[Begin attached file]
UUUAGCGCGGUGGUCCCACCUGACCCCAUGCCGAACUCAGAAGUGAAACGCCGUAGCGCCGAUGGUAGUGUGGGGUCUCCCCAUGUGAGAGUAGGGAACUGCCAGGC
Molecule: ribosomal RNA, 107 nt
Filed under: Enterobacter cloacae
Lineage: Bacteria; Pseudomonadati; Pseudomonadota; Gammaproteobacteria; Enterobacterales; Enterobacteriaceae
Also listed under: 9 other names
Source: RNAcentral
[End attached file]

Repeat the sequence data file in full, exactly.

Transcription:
UUUAGCGCGGUGGUCCCACCUGACCCCAUGCCGAACUCAGAAGUGAAACGCCGUAGCGCCGAUGGUAGUGUGGGGUCUCCCCAUGUGAGAGUAGGGAACUGCCAGGC
Molecule: ribosomal RNA, 107 nt
Filed under: Enterobacter cloacae
Lineage: Bacteria; Pseudomonadati; Pseudomonadota; Gammaproteobacteria; Enterobacterales; Enterobacteriaceae
Also listed under: 9 other names
Source: RNAcentral